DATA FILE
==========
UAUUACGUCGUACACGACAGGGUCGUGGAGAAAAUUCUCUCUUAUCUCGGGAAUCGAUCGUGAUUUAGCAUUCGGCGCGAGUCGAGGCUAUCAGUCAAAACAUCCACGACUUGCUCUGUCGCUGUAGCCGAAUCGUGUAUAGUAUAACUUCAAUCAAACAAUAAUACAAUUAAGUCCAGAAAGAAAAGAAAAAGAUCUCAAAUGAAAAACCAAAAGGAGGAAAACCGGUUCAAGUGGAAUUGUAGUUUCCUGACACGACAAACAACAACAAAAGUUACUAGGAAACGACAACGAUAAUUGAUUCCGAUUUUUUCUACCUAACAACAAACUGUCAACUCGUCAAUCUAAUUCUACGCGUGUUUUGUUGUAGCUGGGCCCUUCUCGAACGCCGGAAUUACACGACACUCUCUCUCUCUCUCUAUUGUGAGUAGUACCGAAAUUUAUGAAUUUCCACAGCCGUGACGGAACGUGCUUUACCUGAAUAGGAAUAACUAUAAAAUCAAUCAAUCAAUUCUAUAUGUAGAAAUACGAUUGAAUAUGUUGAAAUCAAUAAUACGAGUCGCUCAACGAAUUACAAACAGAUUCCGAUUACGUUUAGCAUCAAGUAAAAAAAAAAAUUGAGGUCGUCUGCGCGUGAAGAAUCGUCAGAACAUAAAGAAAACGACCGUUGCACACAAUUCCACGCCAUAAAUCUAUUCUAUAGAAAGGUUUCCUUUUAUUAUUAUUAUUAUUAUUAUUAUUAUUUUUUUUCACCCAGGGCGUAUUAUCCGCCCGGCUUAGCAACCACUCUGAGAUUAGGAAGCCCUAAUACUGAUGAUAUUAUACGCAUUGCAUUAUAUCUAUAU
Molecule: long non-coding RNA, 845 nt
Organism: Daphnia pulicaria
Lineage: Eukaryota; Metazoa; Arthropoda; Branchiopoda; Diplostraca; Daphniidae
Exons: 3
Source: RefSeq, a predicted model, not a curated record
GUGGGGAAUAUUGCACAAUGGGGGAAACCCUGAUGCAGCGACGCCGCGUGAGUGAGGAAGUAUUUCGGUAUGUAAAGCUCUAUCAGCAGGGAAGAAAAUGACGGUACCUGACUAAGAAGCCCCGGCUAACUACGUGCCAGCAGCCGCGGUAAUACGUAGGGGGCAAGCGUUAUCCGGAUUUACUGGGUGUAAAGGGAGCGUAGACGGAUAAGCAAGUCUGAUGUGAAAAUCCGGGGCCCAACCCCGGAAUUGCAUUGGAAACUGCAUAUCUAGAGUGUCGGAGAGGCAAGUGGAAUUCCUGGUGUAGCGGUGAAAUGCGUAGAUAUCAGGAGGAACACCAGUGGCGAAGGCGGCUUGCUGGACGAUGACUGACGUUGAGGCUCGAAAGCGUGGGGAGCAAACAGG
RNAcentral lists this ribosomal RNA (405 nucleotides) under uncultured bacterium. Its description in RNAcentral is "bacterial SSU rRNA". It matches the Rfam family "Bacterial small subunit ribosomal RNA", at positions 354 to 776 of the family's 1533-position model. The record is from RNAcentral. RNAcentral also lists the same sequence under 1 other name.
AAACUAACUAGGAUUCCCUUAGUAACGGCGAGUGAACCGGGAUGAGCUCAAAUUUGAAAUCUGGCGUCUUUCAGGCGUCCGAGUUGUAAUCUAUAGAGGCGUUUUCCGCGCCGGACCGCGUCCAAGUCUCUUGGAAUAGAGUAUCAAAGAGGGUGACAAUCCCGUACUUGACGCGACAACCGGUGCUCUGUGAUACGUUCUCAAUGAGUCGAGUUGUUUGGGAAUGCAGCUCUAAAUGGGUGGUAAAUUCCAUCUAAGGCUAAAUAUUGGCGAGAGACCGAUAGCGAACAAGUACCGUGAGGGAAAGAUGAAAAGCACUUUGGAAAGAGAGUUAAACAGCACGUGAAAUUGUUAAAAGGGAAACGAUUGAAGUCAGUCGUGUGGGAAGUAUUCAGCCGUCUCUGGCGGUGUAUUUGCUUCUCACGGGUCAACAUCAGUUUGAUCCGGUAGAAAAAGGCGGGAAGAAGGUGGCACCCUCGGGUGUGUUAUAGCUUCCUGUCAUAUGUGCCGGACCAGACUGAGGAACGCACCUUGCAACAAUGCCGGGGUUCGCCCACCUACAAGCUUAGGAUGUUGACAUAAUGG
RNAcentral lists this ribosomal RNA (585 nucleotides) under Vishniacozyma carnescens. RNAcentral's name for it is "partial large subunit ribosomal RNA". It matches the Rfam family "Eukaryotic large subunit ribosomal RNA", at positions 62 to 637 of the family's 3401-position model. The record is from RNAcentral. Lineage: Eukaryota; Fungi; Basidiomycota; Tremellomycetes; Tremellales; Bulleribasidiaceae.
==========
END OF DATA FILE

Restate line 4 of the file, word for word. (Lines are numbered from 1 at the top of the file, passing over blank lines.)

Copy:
Lineage: Eukaryota; Metazoa; Arthropoda; Branchiopoda; Diplostraca; Daphniidae